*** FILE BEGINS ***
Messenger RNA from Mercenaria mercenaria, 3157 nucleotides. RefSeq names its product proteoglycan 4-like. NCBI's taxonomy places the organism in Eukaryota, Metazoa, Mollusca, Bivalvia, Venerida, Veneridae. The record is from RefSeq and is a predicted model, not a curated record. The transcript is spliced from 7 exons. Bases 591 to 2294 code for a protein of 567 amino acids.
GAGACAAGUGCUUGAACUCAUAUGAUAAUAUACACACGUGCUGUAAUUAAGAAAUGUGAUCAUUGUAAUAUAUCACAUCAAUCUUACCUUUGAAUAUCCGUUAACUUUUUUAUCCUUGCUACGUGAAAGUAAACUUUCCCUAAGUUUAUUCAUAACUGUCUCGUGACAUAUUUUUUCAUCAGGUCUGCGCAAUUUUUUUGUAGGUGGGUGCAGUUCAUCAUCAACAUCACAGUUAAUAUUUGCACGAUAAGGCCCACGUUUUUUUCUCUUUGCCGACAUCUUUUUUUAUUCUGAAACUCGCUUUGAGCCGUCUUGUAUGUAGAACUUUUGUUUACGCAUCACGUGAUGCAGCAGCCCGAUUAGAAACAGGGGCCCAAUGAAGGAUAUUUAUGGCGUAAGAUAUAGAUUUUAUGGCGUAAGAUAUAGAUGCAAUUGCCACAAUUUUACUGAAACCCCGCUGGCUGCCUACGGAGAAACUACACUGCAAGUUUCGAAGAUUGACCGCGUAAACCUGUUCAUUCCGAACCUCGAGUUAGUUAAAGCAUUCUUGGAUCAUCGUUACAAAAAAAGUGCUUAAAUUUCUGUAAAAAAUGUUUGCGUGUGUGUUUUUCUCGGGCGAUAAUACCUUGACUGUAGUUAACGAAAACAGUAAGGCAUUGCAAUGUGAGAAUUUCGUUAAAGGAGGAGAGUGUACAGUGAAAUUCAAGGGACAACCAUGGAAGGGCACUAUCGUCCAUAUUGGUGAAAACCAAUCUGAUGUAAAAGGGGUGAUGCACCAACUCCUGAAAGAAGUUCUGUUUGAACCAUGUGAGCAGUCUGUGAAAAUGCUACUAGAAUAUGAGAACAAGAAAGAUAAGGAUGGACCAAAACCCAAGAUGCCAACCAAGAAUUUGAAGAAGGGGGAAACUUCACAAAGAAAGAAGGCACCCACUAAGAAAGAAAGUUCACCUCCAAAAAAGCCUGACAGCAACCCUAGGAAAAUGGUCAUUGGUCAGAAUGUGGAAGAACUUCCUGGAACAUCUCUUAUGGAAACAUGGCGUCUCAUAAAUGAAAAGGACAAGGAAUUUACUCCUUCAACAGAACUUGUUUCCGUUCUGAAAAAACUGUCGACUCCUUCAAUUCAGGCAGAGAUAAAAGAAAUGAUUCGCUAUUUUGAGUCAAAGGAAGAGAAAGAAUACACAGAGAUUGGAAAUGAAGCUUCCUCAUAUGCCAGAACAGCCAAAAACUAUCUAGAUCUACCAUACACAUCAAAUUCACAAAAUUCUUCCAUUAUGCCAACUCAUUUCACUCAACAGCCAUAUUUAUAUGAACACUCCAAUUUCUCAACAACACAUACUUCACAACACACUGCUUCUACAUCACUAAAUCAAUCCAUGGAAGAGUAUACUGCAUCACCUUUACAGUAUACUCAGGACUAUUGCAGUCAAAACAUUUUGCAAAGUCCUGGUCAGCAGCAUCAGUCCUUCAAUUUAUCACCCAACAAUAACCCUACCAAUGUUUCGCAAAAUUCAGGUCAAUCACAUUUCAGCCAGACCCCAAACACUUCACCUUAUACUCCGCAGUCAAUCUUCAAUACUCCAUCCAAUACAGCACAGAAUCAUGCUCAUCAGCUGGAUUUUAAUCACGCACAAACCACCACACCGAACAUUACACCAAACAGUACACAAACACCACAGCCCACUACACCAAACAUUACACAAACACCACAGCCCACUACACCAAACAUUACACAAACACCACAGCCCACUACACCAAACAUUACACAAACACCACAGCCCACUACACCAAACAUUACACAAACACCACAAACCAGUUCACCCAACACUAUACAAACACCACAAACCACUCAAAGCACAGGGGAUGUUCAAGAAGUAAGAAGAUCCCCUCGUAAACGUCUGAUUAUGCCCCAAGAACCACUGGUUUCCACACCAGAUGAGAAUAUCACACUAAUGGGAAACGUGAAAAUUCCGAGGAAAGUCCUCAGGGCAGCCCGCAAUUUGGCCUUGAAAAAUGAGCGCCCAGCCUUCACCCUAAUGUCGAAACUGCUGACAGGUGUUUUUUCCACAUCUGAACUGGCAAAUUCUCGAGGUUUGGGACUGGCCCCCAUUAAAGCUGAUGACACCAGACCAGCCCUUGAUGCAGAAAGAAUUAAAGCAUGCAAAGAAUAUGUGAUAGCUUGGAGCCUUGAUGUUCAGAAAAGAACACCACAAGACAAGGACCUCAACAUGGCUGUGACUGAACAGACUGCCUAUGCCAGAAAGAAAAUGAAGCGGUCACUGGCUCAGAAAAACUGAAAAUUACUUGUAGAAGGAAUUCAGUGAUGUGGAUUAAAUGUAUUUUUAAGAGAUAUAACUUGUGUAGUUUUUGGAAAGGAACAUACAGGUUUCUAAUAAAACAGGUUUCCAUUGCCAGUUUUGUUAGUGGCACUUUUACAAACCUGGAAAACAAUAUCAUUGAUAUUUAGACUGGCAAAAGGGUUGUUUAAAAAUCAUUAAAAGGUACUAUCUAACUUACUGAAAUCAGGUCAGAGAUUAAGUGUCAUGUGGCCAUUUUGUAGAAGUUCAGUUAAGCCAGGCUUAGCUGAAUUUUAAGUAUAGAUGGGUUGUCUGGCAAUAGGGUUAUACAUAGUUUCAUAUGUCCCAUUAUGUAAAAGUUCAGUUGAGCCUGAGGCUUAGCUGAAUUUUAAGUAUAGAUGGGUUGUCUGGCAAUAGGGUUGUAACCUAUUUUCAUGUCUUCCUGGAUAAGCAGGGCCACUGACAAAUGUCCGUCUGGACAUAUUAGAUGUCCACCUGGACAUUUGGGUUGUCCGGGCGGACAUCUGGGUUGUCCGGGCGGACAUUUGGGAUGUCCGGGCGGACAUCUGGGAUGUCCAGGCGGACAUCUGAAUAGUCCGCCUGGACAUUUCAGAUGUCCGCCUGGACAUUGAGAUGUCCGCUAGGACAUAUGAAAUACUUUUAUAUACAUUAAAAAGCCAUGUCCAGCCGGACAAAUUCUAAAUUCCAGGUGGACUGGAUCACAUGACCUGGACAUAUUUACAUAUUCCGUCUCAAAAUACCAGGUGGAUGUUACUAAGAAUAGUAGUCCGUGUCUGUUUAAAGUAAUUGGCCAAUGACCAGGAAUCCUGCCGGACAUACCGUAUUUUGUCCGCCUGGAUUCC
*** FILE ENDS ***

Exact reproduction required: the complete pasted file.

Messenger RNA from Mercenaria mercenaria, 3157 nucleotides. RefSeq names its product proteoglycan 4-like. NCBI's taxonomy places the organism in Eukaryota, Metazoa, Mollusca, Bivalvia, Venerida, Veneridae. The record is from RefSeq and is a predicted model, not a curated record. The transcript is spliced from 7 exons. Bases 591 to 2294 code for a protein of 567 amino acids.
GAGACAAGUGCUUGAACUCAUAUGAUAAUAUACACACGUGCUGUAAUUAAGAAAUGUGAUCAUUGUAAUAUAUCACAUCAAUCUUACCUUUGAAUAUCCGUUAACUUUUUUAUCCUUGCUACGUGAAAGUAAACUUUCCCUAAGUUUAUUCAUAACUGUCUCGUGACAUAUUUUUUCAUCAGGUCUGCGCAAUUUUUUUGUAGGUGGGUGCAGUUCAUCAUCAACAUCACAGUUAAUAUUUGCACGAUAAGGCCCACGUUUUUUUCUCUUUGCCGACAUCUUUUUUUAUUCUGAAACUCGCUUUGAGCCGUCUUGUAUGUAGAACUUUUGUUUACGCAUCACGUGAUGCAGCAGCCCGAUUAGAAACAGGGGCCCAAUGAAGGAUAUUUAUGGCGUAAGAUAUAGAUUUUAUGGCGUAAGAUAUAGAUGCAAUUGCCACAAUUUUACUGAAACCCCGCUGGCUGCCUACGGAGAAACUACACUGCAAGUUUCGAAGAUUGACCGCGUAAACCUGUUCAUUCCGAACCUCGAGUUAGUUAAAGCAUUCUUGGAUCAUCGUUACAAAAAAAGUGCUUAAAUUUCUGUAAAAAAUGUUUGCGUGUGUGUUUUUCUCGGGCGAUAAUACCUUGACUGUAGUUAACGAAAACAGUAAGGCAUUGCAAUGUGAGAAUUUCGUUAAAGGAGGAGAGUGUACAGUGAAAUUCAAGGGACAACCAUGGAAGGGCACUAUCGUCCAUAUUGGUGAAAACCAAUCUGAUGUAAAAGGGGUGAUGCACCAACUCCUGAAAGAAGUUCUGUUUGAACCAUGUGAGCAGUCUGUGAAAAUGCUACUAGAAUAUGAGAACAAGAAAGAUAAGGAUGGACCAAAACCCAAGAUGCCAACCAAGAAUUUGAAGAAGGGGGAAACUUCACAAAGAAAGAAGGCACCCACUAAGAAAGAAAGUUCACCUCCAAAAAAGCCUGACAGCAACCCUAGGAAAAUGGUCAUUGGUCAGAAUGUGGAAGAACUUCCUGGAACAUCUCUUAUGGAAACAUGGCGUCUCAUAAAUGAAAAGGACAAGGAAUUUACUCCUUCAACAGAACUUGUUUCCGUUCUGAAAAAACUGUCGACUCCUUCAAUUCAGGCAGAGAUAAAAGAAAUGAUUCGCUAUUUUGAGUCAAAGGAAGAGAAAGAAUACACAGAGAUUGGAAAUGAAGCUUCCUCAUAUGCCAGAACAGCCAAAAACUAUCUAGAUCUACCAUACACAUCAAAUUCACAAAAUUCUUCCAUUAUGCCAACUCAUUUCACUCAACAGCCAUAUUUAUAUGAACACUCCAAUUUCUCAACAACACAUACUUCACAACACACUGCUUCUACAUCACUAAAUCAAUCCAUGGAAGAGUAUACUGCAUCACCUUUACAGUAUACUCAGGACUAUUGCAGUCAAAACAUUUUGCAAAGUCCUGGUCAGCAGCAUCAGUCCUUCAAUUUAUCACCCAACAAUAACCCUACCAAUGUUUCGCAAAAUUCAGGUCAAUCACAUUUCAGCCAGACCCCAAACACUUCACCUUAUACUCCGCAGUCAAUCUUCAAUACUCCAUCCAAUACAGCACAGAAUCAUGCUCAUCAGCUGGAUUUUAAUCACGCACAAACCACCACACCGAACAUUACACCAAACAGUACACAAACACCACAGCCCACUACACCAAACAUUACACAAACACCACAGCCCACUACACCAAACAUUACACAAACACCACAGCCCACUACACCAAACAUUACACAAACACCACAGCCCACUACACCAAACAUUACACAAACACCACAAACCAGUUCACCCAACACUAUACAAACACCACAAACCACUCAAAGCACAGGGGAUGUUCAAGAAGUAAGAAGAUCCCCUCGUAAACGUCUGAUUAUGCCCCAAGAACCACUGGUUUCCACACCAGAUGAGAAUAUCACACUAAUGGGAAACGUGAAAAUUCCGAGGAAAGUCCUCAGGGCAGCCCGCAAUUUGGCCUUGAAAAAUGAGCGCCCAGCCUUCACCCUAAUGUCGAAACUGCUGACAGGUGUUUUUUCCACAUCUGAACUGGCAAAUUCUCGAGGUUUGGGACUGGCCCCCAUUAAAGCUGAUGACACCAGACCAGCCCUUGAUGCAGAAAGAAUUAAAGCAUGCAAAGAAUAUGUGAUAGCUUGGAGCCUUGAUGUUCAGAAAAGAACACCACAAGACAAGGACCUCAACAUGGCUGUGACUGAACAGACUGCCUAUGCCAGAAAGAAAAUGAAGCGGUCACUGGCUCAGAAAAACUGAAAAUUACUUGUAGAAGGAAUUCAGUGAUGUGGAUUAAAUGUAUUUUUAAGAGAUAUAACUUGUGUAGUUUUUGGAAAGGAACAUACAGGUUUCUAAUAAAACAGGUUUCCAUUGCCAGUUUUGUUAGUGGCACUUUUACAAACCUGGAAAACAAUAUCAUUGAUAUUUAGACUGGCAAAAGGGUUGUUUAAAAAUCAUUAAAAGGUACUAUCUAACUUACUGAAAUCAGGUCAGAGAUUAAGUGUCAUGUGGCCAUUUUGUAGAAGUUCAGUUAAGCCAGGCUUAGCUGAAUUUUAAGUAUAGAUGGGUUGUCUGGCAAUAGGGUUAUACAUAGUUUCAUAUGUCCCAUUAUGUAAAAGUUCAGUUGAGCCUGAGGCUUAGCUGAAUUUUAAGUAUAGAUGGGUUGUCUGGCAAUAGGGUUGUAACCUAUUUUCAUGUCUUCCUGGAUAAGCAGGGCCACUGACAAAUGUCCGUCUGGACAUAUUAGAUGUCCACCUGGACAUUUGGGUUGUCCGGGCGGACAUCUGGGUUGUCCGGGCGGACAUUUGGGAUGUCCGGGCGGACAUCUGGGAUGUCCAGGCGGACAUCUGAAUAGUCCGCCUGGACAUUUCAGAUGUCCGCCUGGACAUUGAGAUGUCCGCUAGGACAUAUGAAAUACUUUUAUAUACAUUAAAAAGCCAUGUCCAGCCGGACAAAUUCUAAAUUCCAGGUGGACUGGAUCACAUGACCUGGACAUAUUUACAUAUUCCGUCUCAAAAUACCAGGUGGAUGUUACUAAGAAUAGUAGUCCGUGUCUGUUUAAAGUAAUUGGCCAAUGACCAGGAAUCCUGCCGGACAUACCGUAUUUUGUCCGCCUGGAUUCC